Few of us have enough refrigerator space to hold one of those puffy balloon-size bags of grocery store kale or even those bulky bunches. If you take a little time when you get home from the store to remove the stems, tear the kale into bite size pieces, and then massage it with a little oil, you accomplish three things – you dramatically reduce the kale’s bulk (and therefore increase precious refrigerator space), you help it stay fresher longer, and you have a bag of prepared greens ready to instantly make salads, and to stir into soups, beans, and grains.
How to prepare different varieties of kale?
Kale varies from bag to bag and bunch to bunch. One week you go to the store or farmer’s market and the leaves are delicate and tender, the next week they’re rough and tough.
For the bagged variety, simply dump it into a large bowl or onto the counter and start pulling out the stray stems. Next, pull the leaves that are still attached to big stems, setting aside those stems with the strays.
For bunches of thick woody kale, work one stem at a time, holding the leaf, stem end up, with one hand. With the hand, use a sharp knife to slash down each side, machete-style, to remove the leaves.
For bunches of kale with thin stems and delicate leaves, simply pinch or strip the leaves from the stems by hand.
Eliminating Massaged Kale Waste: Using Kale Stems
As kale varies, so do the measurements, but a pound of kale, on average, yields ten ounces of kale or 2 packed quarts (8 cups) of massaged kale. At first glance there appears to be a lot of waste in a pound of kale—six ounces of stems for every ten ounces of leaves, until you realize the stems are edible!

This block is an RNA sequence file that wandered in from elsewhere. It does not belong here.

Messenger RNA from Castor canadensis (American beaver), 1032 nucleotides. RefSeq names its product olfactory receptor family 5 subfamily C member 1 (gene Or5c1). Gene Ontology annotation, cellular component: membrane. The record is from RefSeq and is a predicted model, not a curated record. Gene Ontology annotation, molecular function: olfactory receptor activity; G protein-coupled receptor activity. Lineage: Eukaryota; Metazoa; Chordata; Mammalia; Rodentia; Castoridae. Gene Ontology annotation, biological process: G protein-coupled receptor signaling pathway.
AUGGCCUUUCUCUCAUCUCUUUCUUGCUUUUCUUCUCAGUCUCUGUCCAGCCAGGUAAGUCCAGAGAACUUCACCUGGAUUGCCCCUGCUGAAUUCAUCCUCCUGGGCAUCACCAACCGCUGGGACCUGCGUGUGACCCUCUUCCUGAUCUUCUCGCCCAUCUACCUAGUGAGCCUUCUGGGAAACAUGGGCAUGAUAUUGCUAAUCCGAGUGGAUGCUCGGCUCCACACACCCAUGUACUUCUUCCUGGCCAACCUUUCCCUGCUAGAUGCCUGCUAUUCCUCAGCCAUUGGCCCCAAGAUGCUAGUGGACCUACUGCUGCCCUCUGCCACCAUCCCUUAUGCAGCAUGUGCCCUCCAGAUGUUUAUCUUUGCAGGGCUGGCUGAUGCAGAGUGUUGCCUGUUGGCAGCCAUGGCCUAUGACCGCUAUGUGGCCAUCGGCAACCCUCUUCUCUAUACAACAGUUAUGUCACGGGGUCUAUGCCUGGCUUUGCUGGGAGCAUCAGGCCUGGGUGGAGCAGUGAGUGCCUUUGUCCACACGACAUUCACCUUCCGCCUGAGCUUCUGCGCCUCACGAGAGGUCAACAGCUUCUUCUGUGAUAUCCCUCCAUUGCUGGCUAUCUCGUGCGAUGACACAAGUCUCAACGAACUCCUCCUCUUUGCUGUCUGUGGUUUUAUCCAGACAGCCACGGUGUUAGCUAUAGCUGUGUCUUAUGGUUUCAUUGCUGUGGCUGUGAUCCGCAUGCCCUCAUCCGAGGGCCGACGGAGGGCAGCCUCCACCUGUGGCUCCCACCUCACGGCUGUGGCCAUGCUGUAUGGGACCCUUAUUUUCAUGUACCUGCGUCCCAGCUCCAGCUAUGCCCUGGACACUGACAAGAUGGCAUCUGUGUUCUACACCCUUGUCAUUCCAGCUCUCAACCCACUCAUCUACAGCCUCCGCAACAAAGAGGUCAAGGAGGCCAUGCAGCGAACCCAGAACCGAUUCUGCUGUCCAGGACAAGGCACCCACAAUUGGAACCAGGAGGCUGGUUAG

There was a time when we mostly composted our stems, but increasingly we are squirreling them away. We cut them into bits, to add bulk to salads and soup. When you cut kale stems into bite-size pieces and sauté them, they’re delicious!
Here’s how we cook them: Heat enough olive oil to coat the bottom of a skillet over medium-high heat. When the oil gets hot, add the stems and sauté until tender-crisp, 4 to 5 minutes. At this point, add a minced garlic clove or two and sauté another minute or so. Then, season with salt, pepper, and a squeeze of lemon juice. You can also use them to make Greens and Grains Quick Skillet Dinner.
Prepared this way, there’s not an ounce of waste in a pound of kale.
- 1 pound bag or bunched kale
- 2 tablespoons olive oil
- Here’s how to prepare kale for massaging: For bagged kale, remove stray stems and pull kale from the thick woody stems. For bunched mature kale: slash down both sides of the stems with a sharp knife. For bunched young kale, strip the leaves off the stem by hand. Tear stemmed kale into bite-size pieces. For a two-pound bag of kale (or larger quantities of bunched kale) work in 1-pound batches.
- Drizzle 2 tablespoons of olive oil over prepared greens. Vigorously rub the greens with your fingertips until they have softened and reduced in volume. Stuff the greens in a gallon-size zipper lock bag, pressing all the air from the bag before sealing it. Depending on the kale’s freshness, it can be refrigerated a week or more.